Harrydea Fri 01-Jan-16 19:24:43

OK, so I need to have some space for a while, and to focus on getting a place and a life! I won't see my little one because I am in another country and so leaving her place means leaving the country due to a lack of finding work, although I don't wish to go, but there is little option as I do not have friends here (she made sure of that).

She also took my son from me and he is living at her sister's house to ensure we do not have any bond or relationship which has really destroyed me inside. I soent Chrimbo and New Years alone and it was horrid.

To the one who wrote about averting my gaze and 'poor me', yes I was Mr Perfect, and a great Dad to boot, but couldn't stand her jealous outrages, her shouting and lack of empathy, and her general negative moods which really affected the home environment, and I averted the gaze because I respected the fact I was married and did not want to seem available (we never wore rings). It is really hard to start all over and I appreciate the comments as it gives me hope that there are still people who care and might help me see things more clearly in my own life. The first date for the family court which is designed to help the Mum rather than the Dad, is this month. I just want to dissolve this relationship and return to blighty and maybe see my little angel when he is old enough to realise what hos Mum is really like.

I guess my Mum was right all along, she wasn't the one for me.

HandyWoman Fri 01-Jan-16 19:37:05

Er.... So your just going to not see your son then?

You come across a bit flouncy, to be honest. Although that might just be the style of writing.

Truly you have a shitstorm ahead. Pace yourself. Have you seen a solicitor? How far away from the UK is it??

RedMapleLeaf Fri 01-Jan-16 19:37:52

Excuse me for asking, but is English your first language Harrydea?

Terrifiedandregretful Fri 01-Jan-16 19:45:09

Is there no way you could stay in the same country?

Harrydea Fri 01-Jan-16 20:09:55

English is my first language, but writing on a teeny screen so can't check an errors...I am about 20000km from the UK, and am trying to stay where I am and have been looking for work, but dont have any job as yet. I have a real problem with corrupt employers and abusive work practices so I don't stick around in the workplace and this ethically correct stance and being honest doesn't fare well in third world countries.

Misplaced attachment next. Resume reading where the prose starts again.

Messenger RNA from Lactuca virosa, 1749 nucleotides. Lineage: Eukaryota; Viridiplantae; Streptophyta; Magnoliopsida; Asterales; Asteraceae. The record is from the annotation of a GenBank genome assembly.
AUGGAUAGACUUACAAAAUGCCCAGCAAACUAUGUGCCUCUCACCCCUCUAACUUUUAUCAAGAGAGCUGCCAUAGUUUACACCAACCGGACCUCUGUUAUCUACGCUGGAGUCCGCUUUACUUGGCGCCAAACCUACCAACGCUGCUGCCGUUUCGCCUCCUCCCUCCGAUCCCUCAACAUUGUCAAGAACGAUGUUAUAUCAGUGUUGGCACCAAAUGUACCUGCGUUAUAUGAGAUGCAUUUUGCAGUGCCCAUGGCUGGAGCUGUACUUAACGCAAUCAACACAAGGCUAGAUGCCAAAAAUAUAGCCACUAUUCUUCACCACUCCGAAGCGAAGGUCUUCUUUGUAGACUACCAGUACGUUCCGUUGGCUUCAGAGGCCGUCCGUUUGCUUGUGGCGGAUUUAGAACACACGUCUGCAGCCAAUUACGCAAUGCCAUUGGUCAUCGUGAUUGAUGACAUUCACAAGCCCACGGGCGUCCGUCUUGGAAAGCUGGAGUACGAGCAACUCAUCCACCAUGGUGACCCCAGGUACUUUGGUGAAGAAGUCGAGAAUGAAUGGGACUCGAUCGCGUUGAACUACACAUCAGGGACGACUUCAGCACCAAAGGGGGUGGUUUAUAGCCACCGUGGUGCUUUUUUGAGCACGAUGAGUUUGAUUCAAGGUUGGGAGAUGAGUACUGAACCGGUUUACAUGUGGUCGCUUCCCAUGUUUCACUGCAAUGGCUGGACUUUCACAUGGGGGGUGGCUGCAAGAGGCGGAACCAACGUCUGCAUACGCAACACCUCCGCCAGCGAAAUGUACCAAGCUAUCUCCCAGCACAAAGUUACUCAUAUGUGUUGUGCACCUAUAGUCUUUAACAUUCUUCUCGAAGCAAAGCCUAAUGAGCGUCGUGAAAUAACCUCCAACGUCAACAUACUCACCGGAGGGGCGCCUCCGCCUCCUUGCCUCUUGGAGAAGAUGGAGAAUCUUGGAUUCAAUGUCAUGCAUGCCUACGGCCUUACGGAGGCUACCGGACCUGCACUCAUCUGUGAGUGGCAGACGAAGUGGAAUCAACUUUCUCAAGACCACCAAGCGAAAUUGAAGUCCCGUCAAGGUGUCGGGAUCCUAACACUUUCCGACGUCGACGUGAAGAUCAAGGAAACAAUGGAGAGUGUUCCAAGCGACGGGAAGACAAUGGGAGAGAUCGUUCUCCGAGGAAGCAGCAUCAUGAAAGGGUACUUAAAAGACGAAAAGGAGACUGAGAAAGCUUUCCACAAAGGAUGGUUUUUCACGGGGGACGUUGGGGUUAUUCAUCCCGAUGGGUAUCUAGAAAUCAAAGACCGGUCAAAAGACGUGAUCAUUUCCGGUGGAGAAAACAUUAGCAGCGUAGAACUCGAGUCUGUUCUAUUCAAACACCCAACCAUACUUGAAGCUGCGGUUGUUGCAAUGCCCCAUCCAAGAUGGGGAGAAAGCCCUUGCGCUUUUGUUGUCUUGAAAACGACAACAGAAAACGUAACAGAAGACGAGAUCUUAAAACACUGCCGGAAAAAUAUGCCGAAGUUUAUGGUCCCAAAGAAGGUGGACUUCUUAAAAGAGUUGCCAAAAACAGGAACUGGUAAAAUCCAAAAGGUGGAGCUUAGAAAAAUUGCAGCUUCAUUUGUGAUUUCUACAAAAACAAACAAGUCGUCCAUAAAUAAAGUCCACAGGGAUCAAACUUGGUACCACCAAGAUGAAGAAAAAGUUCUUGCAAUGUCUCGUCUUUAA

I have a legal aid solicitor while she has private legal aid, her recently divorced sister has been instrumental in ruining any possibility of a reconciliation, and are doing their damndest to make my lofe hard so I will be forced to leave her home and return to the UK. The family courts already showed its true colors by ignoring a request I made in favor of the ex and I know it is a farce and they wont support things from an independent perspecrive

Harrydea Fri 01-Jan-16 20:11:18

English is my first language, but writing on a teeny screen so can't check an errors...I am about 20000km from the UK, and am trying to stay where I am and have been looking for work, but dont have any job as yet. I have a real problem with corrupt employers and abusive work practices so I don't stick around in the workplace and this ethically correct stance and being honest doesn't fare well in third world countries.

I have a legal aid solicitor while she has private legal aid, her recently divorced sister has been instrumental in ruining any possibility of a reconciliation, and are doing their damndest to make my lofe hard so I will be forced to leave her home and return to the UK. The family courts already showed its true colors by ignoring a request I made in favor of the ex and I know it is a farce and they wont support things from an independent perspecrive

Harrydea Fri 01-Jan-16 20:15:47

Sorry for double posts.. My little one is a British Citizen with dual passport and i married my ex in the UK, I have asked for help from the Brit Emb but they never responded and also read in the Guardian that many expats have problems and must abide by local laws, so there is little that can be done to have paternity rights over my child other than send in he SAS!!